Unintentional breaking of the fast is not punished and Muslims are enjoined to break their fast if there is a threat to health. Other types of infractions require restitution. This is of two kinds: Qada, which involves making up missed days and Kaffarah, which additionally exacts penalty from the transgressor.

The devout Muslim is also expected to observe the Shari’ah, which means “the path to follow.” Based on the Quran, the deeds and sayings of Muhammad and the consensus of Islamic scholars, the Shari’ah is not just a compilation of criminal and civil law, but a complex, all-embracing code of ethics, morality and religious duties. It is a sophisticated system of jurisprudence that summarises 1,400 years of experience and constantly adapts, in subtle ways, to new circumstances. The Kaaba, a shrine in the Grand Mosque of Mecca is, for Islam, the most sacred place on earth and making a pilgrimage there at least once in one’s life is one of the basic obligations of devout Muslims.

In many ways, Ramzan mirrors a form of spiritual renewal — a time for new resolutions and a revival of inner peace. Similar to how one might attend a nature retreat once a year to escape the humdrum of a dog-eat-dog world, Ramazan provides an internal retreat where the mind and it’s natural ‘thirst’ for knowledge, awakening and reason is given greater precedence over the physical needs and desires of the body — needs which are regularly served but rarely satisfied. Human desire in its bare essence is animalistic and selfish. It has been the evolution of teachings of faith that has kept in check much of our primitive needs for constant self-gratification.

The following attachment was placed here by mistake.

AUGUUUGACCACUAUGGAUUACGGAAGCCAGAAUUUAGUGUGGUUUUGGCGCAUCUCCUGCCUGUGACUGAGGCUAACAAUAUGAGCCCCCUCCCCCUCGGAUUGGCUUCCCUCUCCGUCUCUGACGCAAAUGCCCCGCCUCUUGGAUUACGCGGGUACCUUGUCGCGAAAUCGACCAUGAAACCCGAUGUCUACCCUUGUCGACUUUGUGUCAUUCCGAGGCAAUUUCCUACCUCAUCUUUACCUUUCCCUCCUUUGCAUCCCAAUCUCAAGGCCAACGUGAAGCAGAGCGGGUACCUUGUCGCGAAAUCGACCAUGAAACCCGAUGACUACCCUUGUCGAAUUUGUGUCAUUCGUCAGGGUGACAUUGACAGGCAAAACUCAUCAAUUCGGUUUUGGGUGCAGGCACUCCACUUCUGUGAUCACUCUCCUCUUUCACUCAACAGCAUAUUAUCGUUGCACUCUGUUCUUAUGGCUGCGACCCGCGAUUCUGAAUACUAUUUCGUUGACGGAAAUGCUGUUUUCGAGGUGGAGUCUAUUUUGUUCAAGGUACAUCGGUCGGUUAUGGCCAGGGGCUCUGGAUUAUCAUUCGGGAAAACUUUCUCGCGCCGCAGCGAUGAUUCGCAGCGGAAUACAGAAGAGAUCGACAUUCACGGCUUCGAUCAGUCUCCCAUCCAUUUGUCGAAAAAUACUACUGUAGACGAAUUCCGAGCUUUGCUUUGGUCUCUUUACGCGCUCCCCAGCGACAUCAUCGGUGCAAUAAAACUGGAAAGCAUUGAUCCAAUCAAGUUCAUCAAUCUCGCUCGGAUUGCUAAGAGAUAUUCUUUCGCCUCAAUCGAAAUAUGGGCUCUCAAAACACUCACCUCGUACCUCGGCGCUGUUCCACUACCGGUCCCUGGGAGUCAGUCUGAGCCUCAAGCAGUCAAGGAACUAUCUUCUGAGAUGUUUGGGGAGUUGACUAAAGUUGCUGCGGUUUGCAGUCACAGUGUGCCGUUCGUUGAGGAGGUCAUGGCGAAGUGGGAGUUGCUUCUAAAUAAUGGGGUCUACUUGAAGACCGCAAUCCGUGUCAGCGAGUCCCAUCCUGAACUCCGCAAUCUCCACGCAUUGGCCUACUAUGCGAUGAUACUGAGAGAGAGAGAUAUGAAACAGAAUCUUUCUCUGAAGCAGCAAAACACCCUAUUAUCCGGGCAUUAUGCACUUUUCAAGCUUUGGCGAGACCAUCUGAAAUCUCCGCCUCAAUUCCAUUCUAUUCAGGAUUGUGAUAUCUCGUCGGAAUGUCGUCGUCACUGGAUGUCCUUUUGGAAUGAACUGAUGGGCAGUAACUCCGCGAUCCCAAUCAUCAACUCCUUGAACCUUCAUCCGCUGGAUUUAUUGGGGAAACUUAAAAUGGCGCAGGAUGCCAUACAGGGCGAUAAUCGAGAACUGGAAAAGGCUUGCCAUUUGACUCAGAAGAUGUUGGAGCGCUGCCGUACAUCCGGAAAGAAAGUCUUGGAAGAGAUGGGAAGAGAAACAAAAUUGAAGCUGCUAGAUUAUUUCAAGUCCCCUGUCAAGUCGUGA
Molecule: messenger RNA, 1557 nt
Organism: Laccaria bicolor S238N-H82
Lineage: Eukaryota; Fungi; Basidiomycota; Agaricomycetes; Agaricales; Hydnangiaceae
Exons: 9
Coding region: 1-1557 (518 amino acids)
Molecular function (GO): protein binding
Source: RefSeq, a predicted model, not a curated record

The struggle for internal balance and control of the self is as old as mankind. Ramzan is a long arduous ordeal to prepare mankind for a journey into a new year with renewed spiritual energy and fresh pledges. It is a means of building self-control and striking a balance between the spiritual and the mundane. It is a way of adapting one’s life to subjugate the evil instincts and vicious ambitions like lust, greed and hatred .

Islam has a beautiful word to describe this war against man’s carnal instincts. It is called jihad. In fact, Islam repeatedly emphasises it and calls it the ‘greater jihad’. The ‘greater struggle’ is the personal one: The struggle to resist temptation, combat one’s own evil traits and imperfections and become a better person in god’s sight.  King James speaks of it as seeking ‘The Kingdom of god’ and the Hindu spiritual classic Bhagavad Gita represents it in the battle of Kuruksetra.

For a Muslim seeking Ramzan’s spiritual bliss,  it is like a traveler climbing a mountain; the higher he goes the farther he sees. It elevates the human mind to great heights of ecstasy, comparable to what the greatest English poet John Keats experienced when he discovered On First Looking into Chapman’s Homer:

Then felt I like some watcher of the skies

When a new planet swims into his ken;

Or like stout Cortez when with eagle eyes

He star’d at the Pacific—and all his men

Look’d at each other with a wild surmise —  Silent, upon a peak in Darien.

(The writer is the author of Village Diary of a Heretic Banker)

Writer:  Moin Qazi

Courtesy: The Pioneer

No Comments so far

Jump into a conversation

No Comments Yet!

You can be the one to start a conversation.

Your data will be safe!Your e-mail address will not be published. Also other data will not be shared with third person.